China approves 105 online games this Christmas, a gesture of support after draft curbs caused huge losses


BANGKOK (AP) — China's Press and Publication Authority has approved 105 new online games, saying it fully supports the industry following proposed restrictions. caused massive damage Last week for investors in major game makers.

The National Press and Publication Administration released a statement on its WeChat social media account on Monday, saying the approval by the Game Working Committee of the China Music and Digital Association is a "positive sign that supports the prosperity and healthy development of the online game industry."

Tencent's "Counter War: Future" and NetEase's "Firefly Assault" were among the games approved.

Share prices of video game makers such as Tencent and NetEase fell on Friday as draft guidelines to curb online gaming caused tens of billions of dollars in losses and sent Chinese benchmarks lower.

The administration's guidelines state that online games will be banned from offering incentives for daily log-ins or purchases. Other restrictions include limiting how much users can recharge and issuing warnings for "irrational consumption behaviour".

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On Friday, NetEase's Nasdaq-traded shares fell 16.1%, while its Hong Kong-traded shares fell 25%. Tencent closed down 12%. Huya Inc., a small online game manufacturing company. It lost 10.7% on the New York Stock Exchange. Overall, the companies lost billions of dollars in market value.

The Hong Kong market was closed on Monday due to the Christmas holiday. Share prices in Shanghai remained stable.

The Press and Publication Administration stated that in 2023, 1,075 game edition numbers were released, of which 977 were domestically produced and 98 were imported.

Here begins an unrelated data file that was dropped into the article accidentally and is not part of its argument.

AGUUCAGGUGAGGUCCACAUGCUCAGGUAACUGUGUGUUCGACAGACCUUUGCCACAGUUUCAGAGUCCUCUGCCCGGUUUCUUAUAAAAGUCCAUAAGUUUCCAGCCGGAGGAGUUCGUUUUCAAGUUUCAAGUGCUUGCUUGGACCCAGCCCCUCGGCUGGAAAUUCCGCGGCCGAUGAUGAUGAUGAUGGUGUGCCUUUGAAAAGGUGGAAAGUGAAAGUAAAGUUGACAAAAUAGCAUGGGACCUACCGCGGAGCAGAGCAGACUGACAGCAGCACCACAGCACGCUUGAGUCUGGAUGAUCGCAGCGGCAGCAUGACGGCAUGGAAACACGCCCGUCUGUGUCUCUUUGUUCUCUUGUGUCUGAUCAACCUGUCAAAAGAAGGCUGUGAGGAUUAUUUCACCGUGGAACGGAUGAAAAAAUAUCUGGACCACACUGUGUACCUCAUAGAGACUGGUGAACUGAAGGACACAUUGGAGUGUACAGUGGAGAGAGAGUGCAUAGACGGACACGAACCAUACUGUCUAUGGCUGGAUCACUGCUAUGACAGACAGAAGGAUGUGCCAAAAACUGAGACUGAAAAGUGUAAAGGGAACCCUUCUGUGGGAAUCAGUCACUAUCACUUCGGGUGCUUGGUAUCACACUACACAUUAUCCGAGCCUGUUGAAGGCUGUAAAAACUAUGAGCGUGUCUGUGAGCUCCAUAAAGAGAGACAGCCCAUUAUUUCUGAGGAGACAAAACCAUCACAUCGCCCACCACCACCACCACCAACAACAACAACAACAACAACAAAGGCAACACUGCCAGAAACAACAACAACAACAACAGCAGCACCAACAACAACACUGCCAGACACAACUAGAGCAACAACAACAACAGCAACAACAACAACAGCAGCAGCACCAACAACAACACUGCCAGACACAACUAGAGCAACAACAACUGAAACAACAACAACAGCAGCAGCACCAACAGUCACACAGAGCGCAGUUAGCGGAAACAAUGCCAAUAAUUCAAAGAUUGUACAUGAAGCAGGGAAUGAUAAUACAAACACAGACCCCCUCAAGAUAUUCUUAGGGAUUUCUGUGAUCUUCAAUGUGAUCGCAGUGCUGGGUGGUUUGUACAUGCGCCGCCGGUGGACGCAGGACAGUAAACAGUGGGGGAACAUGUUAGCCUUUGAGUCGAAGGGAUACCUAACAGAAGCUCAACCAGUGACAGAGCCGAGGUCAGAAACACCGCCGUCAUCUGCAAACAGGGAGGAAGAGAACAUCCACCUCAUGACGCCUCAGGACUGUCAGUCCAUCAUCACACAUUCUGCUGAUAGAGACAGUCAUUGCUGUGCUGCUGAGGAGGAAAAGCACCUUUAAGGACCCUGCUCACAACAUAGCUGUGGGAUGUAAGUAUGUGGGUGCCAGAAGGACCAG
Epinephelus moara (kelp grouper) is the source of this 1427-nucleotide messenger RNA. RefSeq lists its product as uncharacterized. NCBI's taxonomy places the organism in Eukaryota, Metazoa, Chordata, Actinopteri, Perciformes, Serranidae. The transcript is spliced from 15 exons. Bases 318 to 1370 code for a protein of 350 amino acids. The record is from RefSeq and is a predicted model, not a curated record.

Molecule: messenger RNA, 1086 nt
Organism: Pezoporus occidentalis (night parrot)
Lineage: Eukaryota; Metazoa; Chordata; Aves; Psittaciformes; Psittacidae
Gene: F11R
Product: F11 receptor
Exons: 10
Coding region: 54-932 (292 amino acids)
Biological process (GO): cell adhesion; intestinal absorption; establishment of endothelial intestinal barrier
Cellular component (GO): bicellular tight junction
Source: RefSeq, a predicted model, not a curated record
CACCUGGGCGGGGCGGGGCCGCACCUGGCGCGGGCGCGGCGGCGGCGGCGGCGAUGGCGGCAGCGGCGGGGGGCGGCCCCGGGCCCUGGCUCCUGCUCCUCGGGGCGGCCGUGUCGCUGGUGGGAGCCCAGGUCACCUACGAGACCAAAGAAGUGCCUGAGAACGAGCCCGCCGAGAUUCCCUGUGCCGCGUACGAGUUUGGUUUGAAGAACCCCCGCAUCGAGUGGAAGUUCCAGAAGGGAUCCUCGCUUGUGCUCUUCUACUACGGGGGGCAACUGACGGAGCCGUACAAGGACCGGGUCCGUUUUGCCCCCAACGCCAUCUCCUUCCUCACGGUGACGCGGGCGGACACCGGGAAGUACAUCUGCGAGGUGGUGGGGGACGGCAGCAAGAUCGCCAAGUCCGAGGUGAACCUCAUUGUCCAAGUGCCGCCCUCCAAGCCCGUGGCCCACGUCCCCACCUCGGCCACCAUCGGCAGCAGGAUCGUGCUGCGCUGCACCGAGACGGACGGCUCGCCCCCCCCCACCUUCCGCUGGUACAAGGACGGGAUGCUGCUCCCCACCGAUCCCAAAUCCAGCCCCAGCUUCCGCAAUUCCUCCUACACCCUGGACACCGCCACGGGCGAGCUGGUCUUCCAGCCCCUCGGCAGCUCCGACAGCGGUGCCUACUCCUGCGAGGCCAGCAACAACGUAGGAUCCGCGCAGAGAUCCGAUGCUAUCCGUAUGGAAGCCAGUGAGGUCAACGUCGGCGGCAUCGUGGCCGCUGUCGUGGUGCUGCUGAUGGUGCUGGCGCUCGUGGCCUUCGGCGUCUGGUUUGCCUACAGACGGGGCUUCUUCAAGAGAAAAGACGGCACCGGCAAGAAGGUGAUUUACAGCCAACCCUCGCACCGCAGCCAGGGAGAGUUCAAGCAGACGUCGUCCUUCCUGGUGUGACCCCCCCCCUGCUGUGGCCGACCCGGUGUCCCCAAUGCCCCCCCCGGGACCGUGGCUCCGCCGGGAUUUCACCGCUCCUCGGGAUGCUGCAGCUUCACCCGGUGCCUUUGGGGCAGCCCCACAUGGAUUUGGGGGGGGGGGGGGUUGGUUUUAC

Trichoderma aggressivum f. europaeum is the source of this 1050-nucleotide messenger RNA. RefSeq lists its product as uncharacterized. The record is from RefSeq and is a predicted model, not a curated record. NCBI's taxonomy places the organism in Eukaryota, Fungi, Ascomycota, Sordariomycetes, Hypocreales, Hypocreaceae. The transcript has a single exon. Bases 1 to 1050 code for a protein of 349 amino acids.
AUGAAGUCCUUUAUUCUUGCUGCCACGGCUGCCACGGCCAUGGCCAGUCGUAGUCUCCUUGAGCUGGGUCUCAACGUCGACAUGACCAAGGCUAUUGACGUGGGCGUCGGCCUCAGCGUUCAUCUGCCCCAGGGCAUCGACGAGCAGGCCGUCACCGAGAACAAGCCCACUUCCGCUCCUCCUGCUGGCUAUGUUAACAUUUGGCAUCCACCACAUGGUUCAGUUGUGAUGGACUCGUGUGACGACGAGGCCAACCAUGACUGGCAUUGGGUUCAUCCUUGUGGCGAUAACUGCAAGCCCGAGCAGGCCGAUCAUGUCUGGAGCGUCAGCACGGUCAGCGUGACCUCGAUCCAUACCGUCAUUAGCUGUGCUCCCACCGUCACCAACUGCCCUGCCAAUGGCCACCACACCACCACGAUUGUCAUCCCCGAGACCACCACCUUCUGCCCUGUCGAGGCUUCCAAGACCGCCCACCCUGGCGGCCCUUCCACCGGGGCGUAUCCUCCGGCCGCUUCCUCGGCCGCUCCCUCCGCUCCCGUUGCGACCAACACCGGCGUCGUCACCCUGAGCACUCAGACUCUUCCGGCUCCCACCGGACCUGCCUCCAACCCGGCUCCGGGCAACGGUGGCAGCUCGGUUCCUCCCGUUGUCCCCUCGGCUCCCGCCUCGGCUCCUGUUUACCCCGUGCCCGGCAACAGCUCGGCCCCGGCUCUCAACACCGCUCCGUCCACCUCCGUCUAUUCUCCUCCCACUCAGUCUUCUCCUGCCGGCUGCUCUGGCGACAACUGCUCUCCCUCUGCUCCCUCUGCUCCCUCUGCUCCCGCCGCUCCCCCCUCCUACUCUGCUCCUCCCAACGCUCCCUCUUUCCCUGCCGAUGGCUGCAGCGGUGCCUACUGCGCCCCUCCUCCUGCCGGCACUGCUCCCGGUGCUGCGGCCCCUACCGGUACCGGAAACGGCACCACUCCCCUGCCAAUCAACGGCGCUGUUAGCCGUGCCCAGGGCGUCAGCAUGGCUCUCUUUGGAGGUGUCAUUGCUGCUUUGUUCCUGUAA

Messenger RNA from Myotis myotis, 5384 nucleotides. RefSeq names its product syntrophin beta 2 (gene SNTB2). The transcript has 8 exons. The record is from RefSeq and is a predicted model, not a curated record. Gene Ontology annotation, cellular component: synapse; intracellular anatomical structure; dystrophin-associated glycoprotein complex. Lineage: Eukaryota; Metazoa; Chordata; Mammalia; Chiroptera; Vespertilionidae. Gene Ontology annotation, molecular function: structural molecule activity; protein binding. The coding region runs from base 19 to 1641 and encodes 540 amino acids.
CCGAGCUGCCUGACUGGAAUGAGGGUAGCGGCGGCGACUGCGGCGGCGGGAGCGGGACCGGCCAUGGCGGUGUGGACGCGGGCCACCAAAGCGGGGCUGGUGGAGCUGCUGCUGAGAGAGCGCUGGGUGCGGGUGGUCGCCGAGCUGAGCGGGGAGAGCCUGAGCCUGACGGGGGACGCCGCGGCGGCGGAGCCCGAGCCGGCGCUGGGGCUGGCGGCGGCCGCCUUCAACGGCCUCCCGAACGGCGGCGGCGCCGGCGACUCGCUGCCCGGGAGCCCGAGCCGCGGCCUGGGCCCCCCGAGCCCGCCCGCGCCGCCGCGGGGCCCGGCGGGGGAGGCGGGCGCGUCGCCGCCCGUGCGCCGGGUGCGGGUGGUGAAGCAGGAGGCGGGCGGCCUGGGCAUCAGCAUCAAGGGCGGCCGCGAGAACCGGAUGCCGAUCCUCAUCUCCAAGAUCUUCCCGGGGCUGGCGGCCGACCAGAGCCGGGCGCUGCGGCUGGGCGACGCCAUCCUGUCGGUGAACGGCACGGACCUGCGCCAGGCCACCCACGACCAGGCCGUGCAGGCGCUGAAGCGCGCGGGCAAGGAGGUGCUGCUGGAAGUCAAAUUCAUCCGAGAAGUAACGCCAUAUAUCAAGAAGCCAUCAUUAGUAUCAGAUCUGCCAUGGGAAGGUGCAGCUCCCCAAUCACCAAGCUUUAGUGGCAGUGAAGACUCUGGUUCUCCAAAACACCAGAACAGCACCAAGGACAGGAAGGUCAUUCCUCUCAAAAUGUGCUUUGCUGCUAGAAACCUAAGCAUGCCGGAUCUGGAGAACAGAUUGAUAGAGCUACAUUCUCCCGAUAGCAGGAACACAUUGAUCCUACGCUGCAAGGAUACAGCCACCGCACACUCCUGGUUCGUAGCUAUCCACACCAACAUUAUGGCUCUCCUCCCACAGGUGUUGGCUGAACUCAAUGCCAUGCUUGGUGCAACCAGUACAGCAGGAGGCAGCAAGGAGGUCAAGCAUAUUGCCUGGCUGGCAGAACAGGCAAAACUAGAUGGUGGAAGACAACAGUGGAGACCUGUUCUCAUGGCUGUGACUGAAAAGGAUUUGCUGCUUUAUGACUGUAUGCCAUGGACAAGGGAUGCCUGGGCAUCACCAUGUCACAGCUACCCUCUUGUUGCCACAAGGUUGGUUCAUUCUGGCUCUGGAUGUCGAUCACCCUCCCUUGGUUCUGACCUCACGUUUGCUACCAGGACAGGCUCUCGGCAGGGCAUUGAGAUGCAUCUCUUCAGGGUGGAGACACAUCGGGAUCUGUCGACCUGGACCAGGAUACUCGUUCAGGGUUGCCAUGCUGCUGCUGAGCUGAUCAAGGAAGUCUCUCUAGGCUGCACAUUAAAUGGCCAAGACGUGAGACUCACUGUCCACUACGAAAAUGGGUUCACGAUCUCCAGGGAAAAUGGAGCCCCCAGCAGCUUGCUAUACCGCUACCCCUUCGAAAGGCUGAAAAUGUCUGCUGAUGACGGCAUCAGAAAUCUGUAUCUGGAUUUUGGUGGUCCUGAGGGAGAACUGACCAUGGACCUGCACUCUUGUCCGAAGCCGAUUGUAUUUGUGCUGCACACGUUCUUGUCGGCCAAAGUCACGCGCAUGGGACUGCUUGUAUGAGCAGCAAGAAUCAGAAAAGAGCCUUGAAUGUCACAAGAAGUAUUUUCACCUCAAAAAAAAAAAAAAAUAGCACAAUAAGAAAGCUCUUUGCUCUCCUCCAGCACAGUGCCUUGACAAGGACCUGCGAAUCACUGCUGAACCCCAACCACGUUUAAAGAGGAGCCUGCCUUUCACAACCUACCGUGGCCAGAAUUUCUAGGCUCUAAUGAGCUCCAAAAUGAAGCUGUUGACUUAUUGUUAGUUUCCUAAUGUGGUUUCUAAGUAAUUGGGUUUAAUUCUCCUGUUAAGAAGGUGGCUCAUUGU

It also cited the "2023 China Game Industry Report", which said sales revenue for the domestic online game market in 2023 is expected to exceed 300 billion yuan ($42 billion), with the number of people playing games reaching 668 million. Reached.

“The Game Working Committee hopes that member units will use this opportunity to launch more high-quality products, promote the high-quality development of the online game industry, and promote cultural prosperity and development, and build a culturally powerful country.” Will do to contribute,” it said. ,

China has taken several measures against the online gaming sector in recent years.

In 2021, citing concerns about video gaming addiction, regulators limited the time children can spend on games to just three hours a week. Approval of new video games was suspended for about eight months, but resumed in April 2022 as a broader crackdown on the entire technology industry was eased.

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